*Debuts with Legacy estate in Ibadan
Messrs StRUCtURA CASA Int LLC, a company owned by a Nigerian architect resident in the United States, last week in Lagos unveiled plans to build Legacy Estate in Ibadan, the Oyo State capital, using the modular system of building construction. As a forerunner to the project, the company will soon flag off the construction of a prototype estate using the same construction method at New Bodija in the Oyo State capital.
Disclosing these to newsmen, the managing director of the company, Mr Jide Alade explained that the prototype estate which would be named Emerald Court comprises eight units of semi-detached town houses in a secure and serene place within an exclusive serviced estate in New Bodija, Ibadan.
Distinctive features of the prototype estate include landscaped front and rear gardens, private access via individual gates, interlocking concrete pavement and walkways as well as borehole with underground water storage built to last with concrete technology. Emerald Court will also have energy efficient dual glazed windows and attic insulation for interior comfort.
Legacy estate would however be StRUCtURA CASA’s debut housing project in Nigeria. Mr. Alade stated that it is a public private partnership (PPP) project with the Oyo State government which has already allocated 100 acres parcel of land at Kolapo Ishola GRA, Monoto Ibadan for that purpose.
“The estate shall include complete infrastructural developments – roads, water, drainage, sanitation.. There are three product types -serviced plots where you can build your own houses based on our design guidelines.
Just like Victoria Garden City, we will have setbacks and design control. We have our own houses which we will build which are the semi-detached three and four bedrooms. We will also be building the two and three bedroom flats in three and four storey configurations similar to what we have in Dolphin estate. However, we plan a better urban design layout that would have more amenities for the residents. The estate will also have a primary school as well as commercial and recreational amenities for the residents,” Mr. Alade said.
According to him, “The project will start early in 2011. All the pre-development works are going on right now – engineering, architecture, approval process with the Urban and Regional Planning Board and soil/topographic survey. Our engineers are on site doing all the necessary gathering of information to enable us design it properly. We can’t put the cart before the horse; we are following due process. We will commence the marketing campaign early next year”.
Speaking on the choice of Ibadan, Mr. Alade said: “Ibadan is a relatively big city and it hasn’t had such developments. There are a lot of institutions especially educational and research institutions. Actually, Ibadan has the highest concentration of research institutions in Nigeria. There is a middle class in Ibadan that is longing for good housing products and our flashpoints would be targeted at these individuals or families. This is our debut project, we hope to roll it out across the country and even West Africa using this same modular system. We are not just going to build our own projects, we will be servicing other builders and developers, just building purely the shell for them”.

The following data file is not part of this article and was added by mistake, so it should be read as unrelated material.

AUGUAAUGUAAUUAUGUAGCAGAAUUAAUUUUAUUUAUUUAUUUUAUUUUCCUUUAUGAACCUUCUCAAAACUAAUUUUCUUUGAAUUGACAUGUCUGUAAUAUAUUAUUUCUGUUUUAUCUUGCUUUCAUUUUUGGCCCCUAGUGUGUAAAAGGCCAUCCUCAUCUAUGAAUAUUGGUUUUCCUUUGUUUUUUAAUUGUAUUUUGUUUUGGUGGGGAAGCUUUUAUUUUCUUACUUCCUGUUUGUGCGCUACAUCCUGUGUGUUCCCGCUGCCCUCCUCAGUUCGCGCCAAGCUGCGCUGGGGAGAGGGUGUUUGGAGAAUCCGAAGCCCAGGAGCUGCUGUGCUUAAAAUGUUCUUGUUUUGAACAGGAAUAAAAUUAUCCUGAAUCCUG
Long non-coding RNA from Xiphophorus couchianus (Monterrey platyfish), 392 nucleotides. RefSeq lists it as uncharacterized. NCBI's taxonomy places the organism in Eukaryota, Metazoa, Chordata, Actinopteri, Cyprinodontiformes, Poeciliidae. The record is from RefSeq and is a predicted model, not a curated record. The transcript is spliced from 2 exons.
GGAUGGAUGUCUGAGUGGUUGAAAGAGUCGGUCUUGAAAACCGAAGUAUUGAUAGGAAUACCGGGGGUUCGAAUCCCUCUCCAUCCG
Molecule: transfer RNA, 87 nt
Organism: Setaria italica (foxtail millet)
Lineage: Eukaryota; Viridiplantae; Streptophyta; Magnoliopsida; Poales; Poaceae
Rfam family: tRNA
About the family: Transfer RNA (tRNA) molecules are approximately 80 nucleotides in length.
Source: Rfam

On the Canadian modular system which his company intends to use in the projects, Mr. Alade said it is a relatively new system of mass housing construction that has been used very successfully in Mexico and Brazil and is becoming popular in India. How does it work? Mr Alade explained: “Forms are made from pre-fabricated aluminum frames. A series of forms are joined together edge-to-edge and spaced in parallel with a second series of forms.
As per the structural design, steel reinforcement is placed inside void created once the forms are erected. Wet concrete is poured in this space to cast walls, floors and ceilings. After the concrete within the formwork strengthens, typically within 12 hours, the formwork can be dismantled. A high-quality concrete finish is produced to accurate tolerances and verticality. The superior (machined) tolerance of the finish means that no further plastering (external or internal) is required”.
It is not profitable to use the modular system to build single units. Economy of scale is what
The attributes of the modular system according to Alade include the fact that one can achieve extremely fast construction sequences.
“Light weight panels are small enough for one man to carry while skills required to erect formwork system can be quickly learned with training and supervision. Only small tools and equipment are required; no big cranes are required as we have with pre-cast system,” he said.
It has good quality concrete shell which allows for easier finishing. Similarly no interior or exterior plastering is required. Other attributes include: The same set of aluminum form work can last between 500 and 1000 concrete pour cycles when properly maintained.
*Good choice for repetitive designs in housing schemes of 100 units or more. Larger projects achieve even better economies of scale.
He disclosed that Aluma Systems, a leading worldwide supplier of formwork systems, has developed a new all-aluminum panel system called EasySet, which specifically targets the needs of developing countries such as Nigeria.